Controversial Criticism Of Huck Finn

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Among any list of banned books throughout history, there is usually a spot reserved for The Adventures of Huckleberry Finn. Despite the novel being considered a classic piece of literature by many, its honesty in the corruption of society and the true vernacular of the people was too much for the people of the late 19th century. The truth of why the novel is solely based on the fact that the author, Mark Twain, candidly told the life of slaves. The truth needed to be heard by the masses in order to make a change. But, the truth is never what people desire to hear. The difficult truth of life was ever present all around Twain’s life. Mark Twain was born Samuel Clemens on November 30, 1835 in Florida, Missouri. His entire life was surrounded …show more content…
The novel may also be Twain’s most controversial. First published in 1884 in the United Kingdom and made it to the United States a year later. Huckleberry Finn runs away from an abusive father and takes a journey down the Mississippi River on a raft with runaway slave Jim. (Britannica) Huck is modeled after Twain’s childhood companion, impoverished boy, Tom Blankenship. Tom’s brother secretly gave food to run away slaves and was killed for it, which served as inspiration for Huck’s decision to help Jim. Jim was inspired by a slave named Daniel on his Uncle’s farm, who would tell him stories when Twain visited the farm during the summer. Twain witnessed a man dying in the streets after being shot and is the basis for the Boggs shooting. …show more content…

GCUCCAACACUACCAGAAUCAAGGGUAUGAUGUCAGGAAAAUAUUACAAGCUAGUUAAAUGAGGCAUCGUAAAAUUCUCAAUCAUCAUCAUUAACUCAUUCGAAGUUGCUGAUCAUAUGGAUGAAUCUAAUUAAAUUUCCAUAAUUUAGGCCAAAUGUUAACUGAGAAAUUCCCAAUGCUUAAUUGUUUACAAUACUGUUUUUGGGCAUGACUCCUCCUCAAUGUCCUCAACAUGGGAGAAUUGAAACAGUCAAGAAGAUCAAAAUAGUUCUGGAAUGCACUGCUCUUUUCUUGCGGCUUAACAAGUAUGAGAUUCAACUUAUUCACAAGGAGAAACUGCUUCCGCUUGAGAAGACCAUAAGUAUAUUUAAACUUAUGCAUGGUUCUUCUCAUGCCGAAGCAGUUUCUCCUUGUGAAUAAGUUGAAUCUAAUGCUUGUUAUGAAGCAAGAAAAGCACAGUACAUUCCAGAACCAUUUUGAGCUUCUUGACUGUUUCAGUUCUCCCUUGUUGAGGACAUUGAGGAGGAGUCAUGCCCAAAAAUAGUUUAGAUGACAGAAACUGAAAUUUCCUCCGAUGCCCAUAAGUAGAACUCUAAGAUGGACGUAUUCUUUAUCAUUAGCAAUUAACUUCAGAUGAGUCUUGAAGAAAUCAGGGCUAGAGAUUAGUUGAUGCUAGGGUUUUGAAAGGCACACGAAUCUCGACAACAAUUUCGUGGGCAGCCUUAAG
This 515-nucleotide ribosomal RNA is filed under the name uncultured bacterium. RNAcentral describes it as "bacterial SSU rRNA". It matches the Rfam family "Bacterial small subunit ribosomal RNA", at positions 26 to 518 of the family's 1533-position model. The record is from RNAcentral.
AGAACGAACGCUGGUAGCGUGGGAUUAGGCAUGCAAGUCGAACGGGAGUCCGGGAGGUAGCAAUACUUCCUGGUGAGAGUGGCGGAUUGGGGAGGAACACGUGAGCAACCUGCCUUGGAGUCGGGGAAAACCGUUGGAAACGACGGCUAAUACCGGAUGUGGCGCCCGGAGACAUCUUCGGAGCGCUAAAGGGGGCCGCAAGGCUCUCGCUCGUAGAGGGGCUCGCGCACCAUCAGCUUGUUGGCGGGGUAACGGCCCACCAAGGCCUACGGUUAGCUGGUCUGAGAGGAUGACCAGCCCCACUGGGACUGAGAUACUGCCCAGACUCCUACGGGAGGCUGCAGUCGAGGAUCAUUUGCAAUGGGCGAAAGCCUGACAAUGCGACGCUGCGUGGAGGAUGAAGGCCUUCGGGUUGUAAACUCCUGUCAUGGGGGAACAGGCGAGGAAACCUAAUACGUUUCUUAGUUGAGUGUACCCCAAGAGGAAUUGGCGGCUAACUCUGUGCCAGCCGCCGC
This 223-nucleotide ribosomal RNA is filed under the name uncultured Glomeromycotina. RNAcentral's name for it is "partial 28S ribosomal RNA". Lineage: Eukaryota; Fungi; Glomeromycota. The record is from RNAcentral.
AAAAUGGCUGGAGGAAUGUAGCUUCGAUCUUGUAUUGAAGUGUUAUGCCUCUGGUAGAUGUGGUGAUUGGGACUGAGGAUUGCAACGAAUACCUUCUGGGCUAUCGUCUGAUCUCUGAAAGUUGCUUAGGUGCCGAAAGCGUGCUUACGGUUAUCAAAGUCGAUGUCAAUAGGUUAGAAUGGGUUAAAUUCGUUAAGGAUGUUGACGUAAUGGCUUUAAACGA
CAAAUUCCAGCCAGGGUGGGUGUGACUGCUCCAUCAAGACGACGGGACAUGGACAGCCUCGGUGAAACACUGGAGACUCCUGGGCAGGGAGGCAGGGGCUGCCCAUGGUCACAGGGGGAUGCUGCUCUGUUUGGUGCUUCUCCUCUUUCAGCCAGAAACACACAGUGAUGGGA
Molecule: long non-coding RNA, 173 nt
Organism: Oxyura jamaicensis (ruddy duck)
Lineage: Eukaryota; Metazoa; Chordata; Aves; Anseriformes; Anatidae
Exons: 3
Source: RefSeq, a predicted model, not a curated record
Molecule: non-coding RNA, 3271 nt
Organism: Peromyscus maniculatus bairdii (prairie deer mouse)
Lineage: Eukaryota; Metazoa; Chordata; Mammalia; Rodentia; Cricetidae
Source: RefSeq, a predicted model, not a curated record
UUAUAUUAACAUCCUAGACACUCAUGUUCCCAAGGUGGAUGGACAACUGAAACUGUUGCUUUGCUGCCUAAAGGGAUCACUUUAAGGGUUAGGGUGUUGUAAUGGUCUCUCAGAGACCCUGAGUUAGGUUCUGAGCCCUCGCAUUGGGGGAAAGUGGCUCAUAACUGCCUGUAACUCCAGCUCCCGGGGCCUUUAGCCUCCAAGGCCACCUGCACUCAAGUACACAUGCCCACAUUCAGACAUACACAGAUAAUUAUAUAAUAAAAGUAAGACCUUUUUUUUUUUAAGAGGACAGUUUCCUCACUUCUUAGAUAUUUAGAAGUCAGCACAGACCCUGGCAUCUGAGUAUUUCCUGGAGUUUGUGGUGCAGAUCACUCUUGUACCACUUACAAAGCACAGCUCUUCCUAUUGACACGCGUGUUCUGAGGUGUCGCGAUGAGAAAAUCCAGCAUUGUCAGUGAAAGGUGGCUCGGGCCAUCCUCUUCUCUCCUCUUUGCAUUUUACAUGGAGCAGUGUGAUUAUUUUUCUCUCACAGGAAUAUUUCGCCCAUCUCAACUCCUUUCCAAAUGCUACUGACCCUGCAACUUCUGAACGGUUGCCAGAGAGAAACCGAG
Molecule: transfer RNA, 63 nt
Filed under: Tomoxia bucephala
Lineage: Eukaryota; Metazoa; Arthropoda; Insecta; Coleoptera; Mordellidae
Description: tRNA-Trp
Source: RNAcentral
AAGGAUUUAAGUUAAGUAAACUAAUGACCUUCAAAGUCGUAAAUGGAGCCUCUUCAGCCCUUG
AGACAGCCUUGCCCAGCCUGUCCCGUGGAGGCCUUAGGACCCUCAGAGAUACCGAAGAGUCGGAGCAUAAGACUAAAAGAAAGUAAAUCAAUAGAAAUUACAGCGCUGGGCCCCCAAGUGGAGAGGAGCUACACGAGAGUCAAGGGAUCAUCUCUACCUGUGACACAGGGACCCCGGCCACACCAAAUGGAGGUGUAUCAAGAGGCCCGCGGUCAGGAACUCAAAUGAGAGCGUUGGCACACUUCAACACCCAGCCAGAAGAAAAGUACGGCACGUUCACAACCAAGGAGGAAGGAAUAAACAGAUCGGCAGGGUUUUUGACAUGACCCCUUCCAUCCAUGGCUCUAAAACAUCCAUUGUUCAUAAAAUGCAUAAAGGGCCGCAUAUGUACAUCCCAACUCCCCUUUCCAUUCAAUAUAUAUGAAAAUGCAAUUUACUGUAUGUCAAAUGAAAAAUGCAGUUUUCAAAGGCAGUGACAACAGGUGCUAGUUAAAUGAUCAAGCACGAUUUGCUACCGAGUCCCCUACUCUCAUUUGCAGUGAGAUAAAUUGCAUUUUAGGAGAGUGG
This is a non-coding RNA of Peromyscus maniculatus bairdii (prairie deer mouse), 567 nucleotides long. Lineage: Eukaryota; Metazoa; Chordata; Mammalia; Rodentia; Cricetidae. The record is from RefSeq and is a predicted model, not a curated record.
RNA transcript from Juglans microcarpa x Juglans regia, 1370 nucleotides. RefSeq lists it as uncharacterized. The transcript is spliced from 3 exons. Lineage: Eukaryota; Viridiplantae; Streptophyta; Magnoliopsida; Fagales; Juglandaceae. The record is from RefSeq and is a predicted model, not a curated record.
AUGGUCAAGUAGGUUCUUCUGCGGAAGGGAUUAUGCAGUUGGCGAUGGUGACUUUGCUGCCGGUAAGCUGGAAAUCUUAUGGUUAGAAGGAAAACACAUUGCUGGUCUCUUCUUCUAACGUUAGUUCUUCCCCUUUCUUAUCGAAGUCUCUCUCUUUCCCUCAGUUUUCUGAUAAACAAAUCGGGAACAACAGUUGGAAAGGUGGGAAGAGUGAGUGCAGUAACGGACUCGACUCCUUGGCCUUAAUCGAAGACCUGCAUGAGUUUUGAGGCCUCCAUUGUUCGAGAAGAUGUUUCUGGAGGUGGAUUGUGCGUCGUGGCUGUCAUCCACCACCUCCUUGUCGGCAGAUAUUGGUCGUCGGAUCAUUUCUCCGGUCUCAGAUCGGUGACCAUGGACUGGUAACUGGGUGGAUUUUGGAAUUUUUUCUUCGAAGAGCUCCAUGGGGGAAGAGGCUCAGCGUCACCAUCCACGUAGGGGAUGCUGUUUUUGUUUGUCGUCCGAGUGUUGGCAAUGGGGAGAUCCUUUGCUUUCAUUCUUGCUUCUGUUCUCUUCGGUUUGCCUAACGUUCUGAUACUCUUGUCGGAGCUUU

The Missouri Compromise of 1820 secured Missouri’s entry as a slave state. In 1850 the fugitive slave act preventing anyone from helping a runaway slave without risking arrest. Slavery had been incorporated of life in the United States since 1641 when Massachusetts recognized it as a legal institution. Rights were never given to any slave and formally sanctioned by the supreme court in 1857 with the Dred Scott decision. Even after the war was over and freedom from slavery was granted, liberty was not present. If African-Americans could say society gave them equal liberties, Twain may have never published Huck Finn twenty years after the end of the civil war. (Smith)
Growing up in a slave state, one would most likely learn to accept it. Twain had been told his whole life that slavery was an institution approved by God. He never viewed slavery with the same acceptance. He carried memories of sadness and cruelty with him his whole life. In his life he discovered two men died because of a widespread endorsement of slavery. A man stabbed to death was in his father’s office and his friends and he found the body of a disfigured slave in the Mississippi River.

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